aid-worker-protest-letter (1)

Aidworkers Pen Protest Letter: Cite ‘Callous Negligence’ at UN, Aid Organizations

This World Humanitarian Day, a group of aidworkers and advocates have gathered together to protest unsafe work environments. Their letter appears on Change.org and has been signed by hundreds of people. The authors were galvanized by a recent report from the Associated Press on an incident of violence in South Sudan. Aidworkers were attacked in a popular hotel compound and held hostage. At least one person died in the attack.

The event sparked outrage and grief in the aid community. The report from the AP came a month after the incident took place. It highlighted the failure of the UN peacekeeping mission to respond to the violence. Many in the aid community were further aggrieved by the UN and international organizations’ silence on the attack. The UN acknowledged a “fact-finding” investigation in July, but only upgraded to a “Special Inquiry” after the story made headlines. Some aidworkers say they were asked not to talk about the incident.

The petition was announced to coincide with World Humanitarian Day, which was originally created to commemorate lives lost in service to humanitarian missions. This year, the organizers of World Humanitarian Day shifted focus away from aidworker safety, despite evidence that the job is more dangerous now than ever before.

Read the full letter below. You can sign the petition on Change.org.


United Nations, International Organisations, World Governments – Protect Aid Workers Now!

We, a global community of serving and former humanitarian aid workers, can no longer remain silent while so many of us are murdered, raped, taken hostage, and attacked with impunity in crisis zones around the world.

This July, a brutal attack by South Sudanese forces targeted aid workers in the Terrain compound in Juba. They were killed, beaten, gang-raped, and threatened with death. Terrified, they begged for protection from UN peacekeeping forces stationed nearby.

No-one came.

See original AP article.

This horrifying incident is one more example of a decades-long pattern of callous negligence and failure to protect civilians, including aid workers, by Member States, The United Nations – including its Peacekeeping Department – and aid organisations.

In the first half of this decade, more than two thousand aid workers were kidnapped, extorted, used as proxy targets, bombed, assaulted, shot or otherwise attacked for doing their jobs: national and international, who deserve equal protection. There is a growing database of incidents of sexual violence within and against the aid community.

The response by the governments, UN, donors, aid recipients and international organizations has been inadequate. A culture of silence and dishonesty has grown around the realities of delivering aid in dangerous places. Justice for crimes against aid workers has not been on the agenda despite the recent commitments made at the World Humanitarian Summit. These attacks are in breach of International Humanitarian Law.

On World Humanitarian Day, 19 August 2016, we stand with the survivors of the Terrain attack, who have exhibited incredible courage despite suffering immense trauma. We stand with the thousands of humanitarian workers and other civilian survivors of violence in crises worldwide.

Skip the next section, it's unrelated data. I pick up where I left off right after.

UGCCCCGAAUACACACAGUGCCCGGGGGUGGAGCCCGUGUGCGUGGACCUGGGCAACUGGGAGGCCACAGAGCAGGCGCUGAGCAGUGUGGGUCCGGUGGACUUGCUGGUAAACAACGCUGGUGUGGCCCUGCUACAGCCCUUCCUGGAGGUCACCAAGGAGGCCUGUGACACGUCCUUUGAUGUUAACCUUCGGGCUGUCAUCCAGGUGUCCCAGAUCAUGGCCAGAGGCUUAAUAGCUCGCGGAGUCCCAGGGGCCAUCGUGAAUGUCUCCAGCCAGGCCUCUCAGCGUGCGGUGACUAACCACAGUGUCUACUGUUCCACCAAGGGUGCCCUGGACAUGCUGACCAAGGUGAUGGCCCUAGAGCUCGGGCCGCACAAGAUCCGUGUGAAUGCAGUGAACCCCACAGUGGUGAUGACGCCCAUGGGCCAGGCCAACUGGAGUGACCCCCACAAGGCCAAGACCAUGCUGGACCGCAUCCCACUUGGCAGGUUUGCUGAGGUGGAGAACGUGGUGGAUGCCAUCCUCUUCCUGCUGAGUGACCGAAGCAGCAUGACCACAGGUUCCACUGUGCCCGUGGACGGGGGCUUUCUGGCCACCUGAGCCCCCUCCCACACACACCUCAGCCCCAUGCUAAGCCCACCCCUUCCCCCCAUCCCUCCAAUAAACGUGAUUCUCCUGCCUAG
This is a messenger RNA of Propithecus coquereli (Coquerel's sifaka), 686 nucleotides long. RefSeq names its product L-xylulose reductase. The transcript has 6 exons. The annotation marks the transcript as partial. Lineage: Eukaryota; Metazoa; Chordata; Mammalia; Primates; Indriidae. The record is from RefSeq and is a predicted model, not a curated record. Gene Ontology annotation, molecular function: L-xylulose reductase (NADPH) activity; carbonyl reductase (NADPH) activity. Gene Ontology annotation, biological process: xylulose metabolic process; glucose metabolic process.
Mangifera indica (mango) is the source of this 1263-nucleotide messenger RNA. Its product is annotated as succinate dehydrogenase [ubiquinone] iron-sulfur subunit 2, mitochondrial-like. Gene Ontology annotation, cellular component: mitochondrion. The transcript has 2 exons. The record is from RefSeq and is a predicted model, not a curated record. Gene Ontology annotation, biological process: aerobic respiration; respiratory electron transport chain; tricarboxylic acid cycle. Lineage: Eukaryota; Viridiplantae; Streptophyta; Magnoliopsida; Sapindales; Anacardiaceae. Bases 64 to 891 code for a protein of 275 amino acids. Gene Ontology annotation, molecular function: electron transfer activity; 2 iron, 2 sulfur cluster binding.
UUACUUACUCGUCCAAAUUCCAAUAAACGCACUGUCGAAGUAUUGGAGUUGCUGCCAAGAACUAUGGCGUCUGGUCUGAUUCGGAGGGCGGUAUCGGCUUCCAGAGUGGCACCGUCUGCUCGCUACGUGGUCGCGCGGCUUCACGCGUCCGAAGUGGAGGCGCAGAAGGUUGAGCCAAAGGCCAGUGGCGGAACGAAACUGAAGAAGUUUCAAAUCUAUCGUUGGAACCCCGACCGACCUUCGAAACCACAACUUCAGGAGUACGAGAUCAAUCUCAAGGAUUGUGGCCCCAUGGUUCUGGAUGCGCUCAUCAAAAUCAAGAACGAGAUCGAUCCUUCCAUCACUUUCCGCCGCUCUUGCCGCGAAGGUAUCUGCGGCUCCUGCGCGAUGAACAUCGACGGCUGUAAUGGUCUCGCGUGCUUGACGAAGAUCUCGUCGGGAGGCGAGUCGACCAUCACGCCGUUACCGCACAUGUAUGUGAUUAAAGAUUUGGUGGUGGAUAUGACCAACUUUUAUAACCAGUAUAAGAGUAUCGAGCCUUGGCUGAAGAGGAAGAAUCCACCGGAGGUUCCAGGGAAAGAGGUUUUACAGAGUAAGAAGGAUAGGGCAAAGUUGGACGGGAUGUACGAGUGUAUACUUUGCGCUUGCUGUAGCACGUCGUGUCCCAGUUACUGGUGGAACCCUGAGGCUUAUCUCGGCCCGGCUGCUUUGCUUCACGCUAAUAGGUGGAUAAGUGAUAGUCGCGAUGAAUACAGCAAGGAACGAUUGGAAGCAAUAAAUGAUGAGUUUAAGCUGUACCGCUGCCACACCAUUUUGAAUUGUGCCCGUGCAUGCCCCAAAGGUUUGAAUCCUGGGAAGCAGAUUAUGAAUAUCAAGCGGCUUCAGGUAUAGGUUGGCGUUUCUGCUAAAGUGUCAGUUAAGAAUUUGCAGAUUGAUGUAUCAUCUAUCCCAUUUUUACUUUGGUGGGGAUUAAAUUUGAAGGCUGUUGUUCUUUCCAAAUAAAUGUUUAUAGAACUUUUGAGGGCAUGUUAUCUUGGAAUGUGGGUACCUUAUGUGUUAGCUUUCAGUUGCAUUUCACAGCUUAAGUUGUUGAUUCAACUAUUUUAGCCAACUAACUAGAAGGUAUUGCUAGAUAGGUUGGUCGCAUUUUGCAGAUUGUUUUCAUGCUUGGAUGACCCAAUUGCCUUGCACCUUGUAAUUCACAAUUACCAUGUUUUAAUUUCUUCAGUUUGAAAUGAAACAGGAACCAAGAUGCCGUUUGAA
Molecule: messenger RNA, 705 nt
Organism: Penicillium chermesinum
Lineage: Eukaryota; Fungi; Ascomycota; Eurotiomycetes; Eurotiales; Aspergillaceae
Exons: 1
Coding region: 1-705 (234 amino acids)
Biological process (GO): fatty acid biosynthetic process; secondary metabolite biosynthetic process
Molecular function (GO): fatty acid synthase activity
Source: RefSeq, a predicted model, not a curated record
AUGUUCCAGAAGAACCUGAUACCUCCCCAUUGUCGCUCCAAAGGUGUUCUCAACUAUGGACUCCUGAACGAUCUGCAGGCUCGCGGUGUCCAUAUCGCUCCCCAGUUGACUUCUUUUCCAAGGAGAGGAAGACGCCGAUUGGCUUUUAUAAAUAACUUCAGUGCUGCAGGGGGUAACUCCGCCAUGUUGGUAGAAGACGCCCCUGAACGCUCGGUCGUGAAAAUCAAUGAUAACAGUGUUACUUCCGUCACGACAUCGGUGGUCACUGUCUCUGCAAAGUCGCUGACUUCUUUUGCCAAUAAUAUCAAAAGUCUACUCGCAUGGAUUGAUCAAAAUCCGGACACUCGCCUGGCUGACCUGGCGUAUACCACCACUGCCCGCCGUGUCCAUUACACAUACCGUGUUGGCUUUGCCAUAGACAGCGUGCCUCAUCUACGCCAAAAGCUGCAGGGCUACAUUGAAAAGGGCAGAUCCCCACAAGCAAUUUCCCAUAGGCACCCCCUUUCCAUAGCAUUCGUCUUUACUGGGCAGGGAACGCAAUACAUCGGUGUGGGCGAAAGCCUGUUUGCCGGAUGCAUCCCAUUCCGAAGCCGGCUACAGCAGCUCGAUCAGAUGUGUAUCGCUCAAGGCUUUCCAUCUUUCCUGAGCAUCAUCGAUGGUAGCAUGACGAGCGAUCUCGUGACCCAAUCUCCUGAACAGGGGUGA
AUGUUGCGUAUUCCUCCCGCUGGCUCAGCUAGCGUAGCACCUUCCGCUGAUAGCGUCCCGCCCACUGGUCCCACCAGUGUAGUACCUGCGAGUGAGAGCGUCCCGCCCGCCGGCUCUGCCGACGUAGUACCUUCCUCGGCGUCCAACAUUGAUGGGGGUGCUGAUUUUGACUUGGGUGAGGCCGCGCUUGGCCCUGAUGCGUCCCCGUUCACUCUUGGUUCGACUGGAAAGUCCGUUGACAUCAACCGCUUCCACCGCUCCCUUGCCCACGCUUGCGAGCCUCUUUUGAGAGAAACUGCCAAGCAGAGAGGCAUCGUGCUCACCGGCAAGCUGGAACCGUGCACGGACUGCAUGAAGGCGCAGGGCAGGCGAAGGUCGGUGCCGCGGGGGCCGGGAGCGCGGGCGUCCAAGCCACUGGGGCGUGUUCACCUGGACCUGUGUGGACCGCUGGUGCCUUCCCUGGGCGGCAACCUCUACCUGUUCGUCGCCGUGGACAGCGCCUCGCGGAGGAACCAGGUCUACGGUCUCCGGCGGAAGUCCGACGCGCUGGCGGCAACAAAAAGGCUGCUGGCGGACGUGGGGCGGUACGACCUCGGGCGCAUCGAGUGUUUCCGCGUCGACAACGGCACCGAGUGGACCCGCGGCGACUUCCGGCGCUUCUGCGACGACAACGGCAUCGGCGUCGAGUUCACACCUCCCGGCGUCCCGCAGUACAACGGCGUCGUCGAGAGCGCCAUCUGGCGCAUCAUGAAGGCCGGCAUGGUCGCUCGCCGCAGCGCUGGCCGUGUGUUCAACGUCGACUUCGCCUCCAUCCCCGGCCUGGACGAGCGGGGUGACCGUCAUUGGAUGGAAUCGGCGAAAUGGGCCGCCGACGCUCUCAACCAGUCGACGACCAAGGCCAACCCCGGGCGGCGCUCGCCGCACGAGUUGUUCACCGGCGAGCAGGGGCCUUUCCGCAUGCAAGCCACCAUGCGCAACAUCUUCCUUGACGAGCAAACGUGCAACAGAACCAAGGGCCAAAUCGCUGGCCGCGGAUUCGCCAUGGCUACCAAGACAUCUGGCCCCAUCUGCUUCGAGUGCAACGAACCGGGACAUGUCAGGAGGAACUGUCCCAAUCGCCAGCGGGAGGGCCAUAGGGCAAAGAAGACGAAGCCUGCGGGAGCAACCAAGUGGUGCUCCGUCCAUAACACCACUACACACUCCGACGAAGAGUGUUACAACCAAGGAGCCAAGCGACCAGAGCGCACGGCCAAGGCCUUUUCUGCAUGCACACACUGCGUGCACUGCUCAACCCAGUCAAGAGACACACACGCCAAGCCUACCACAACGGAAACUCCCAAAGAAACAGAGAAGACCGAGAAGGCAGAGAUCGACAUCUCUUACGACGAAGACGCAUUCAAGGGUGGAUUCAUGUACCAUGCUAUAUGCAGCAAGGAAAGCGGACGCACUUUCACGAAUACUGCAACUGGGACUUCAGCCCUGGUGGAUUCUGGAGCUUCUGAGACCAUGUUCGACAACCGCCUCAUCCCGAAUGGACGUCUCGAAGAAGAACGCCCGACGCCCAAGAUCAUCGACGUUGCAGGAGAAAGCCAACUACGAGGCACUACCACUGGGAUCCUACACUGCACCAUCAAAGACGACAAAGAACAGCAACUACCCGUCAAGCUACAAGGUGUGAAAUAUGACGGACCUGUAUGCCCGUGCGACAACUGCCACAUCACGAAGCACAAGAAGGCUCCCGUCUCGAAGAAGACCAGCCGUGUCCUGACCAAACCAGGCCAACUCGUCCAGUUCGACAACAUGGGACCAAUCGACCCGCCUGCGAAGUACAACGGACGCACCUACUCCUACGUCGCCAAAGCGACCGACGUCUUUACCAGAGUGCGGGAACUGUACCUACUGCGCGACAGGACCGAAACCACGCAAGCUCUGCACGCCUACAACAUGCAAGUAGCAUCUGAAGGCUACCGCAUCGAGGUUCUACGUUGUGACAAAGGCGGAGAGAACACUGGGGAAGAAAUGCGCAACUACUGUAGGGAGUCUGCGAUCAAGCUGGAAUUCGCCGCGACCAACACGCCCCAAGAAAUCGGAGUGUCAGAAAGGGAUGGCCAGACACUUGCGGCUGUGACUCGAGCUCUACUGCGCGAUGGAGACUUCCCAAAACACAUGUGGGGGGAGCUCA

But words of consolation are no longer enough. It is time to take action.

We are professional aid workers, not martyrs, and we demand the protection and justice we deserve. The people we exist to help deserve and need aid workers who are whole in mind and body, and who can do their job of providing that help in safety. Failure to protect and support those who provide assistance is thus also a dereliction of our collective commitment to the alleviation of humanitarian suffering.

We, the Undersigned International Aid Workers, call on United Nations Secretary General Ban Ki-Moon, the UN Security Council, the UN General Assembly, donors governments, aid recipients, international and national aid organisations to take the following urgent measures:

  • Grant protected legal status to humanitarian aid workers under International Humanitarian Law, and appoint a Special Rapporteur on aid worker protection and well being;
  • Adopt a common international Code of Duty of Care for NGOs, UN agencies and Red Cross movement to be signed and adopted internationally; and
  • Dedicate more resources and create mandatory safety conditions for aid agencies to operate under an international code of conduct.

This petition will be delivered to:

  • UN SG
  • Department of Peacekeeping Operations (DPKO)



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  1. Gorretty Omala

    This is such an atrocity and must be addressed immediately. Why does the UN lack the political will to stand strong? Why do we allow member states to harass and kill humanitarian workers with impunity? Republic of South Sudan is notorious. Thousands of staff have been beaten, denigrated for years as the UN watched! If the peacekeeping force, UNMISS is ineffective, it needs to be dismantled. This story is too frequent. Calls for help have gone unanswered. Staff died. There is a need for total shake up in the UN and those in positions of power who cannot take the right decisions at the right time, must go. Their indecision, incompetence and political correctness is costing humanitarian lives. The buck must stop somewhere.


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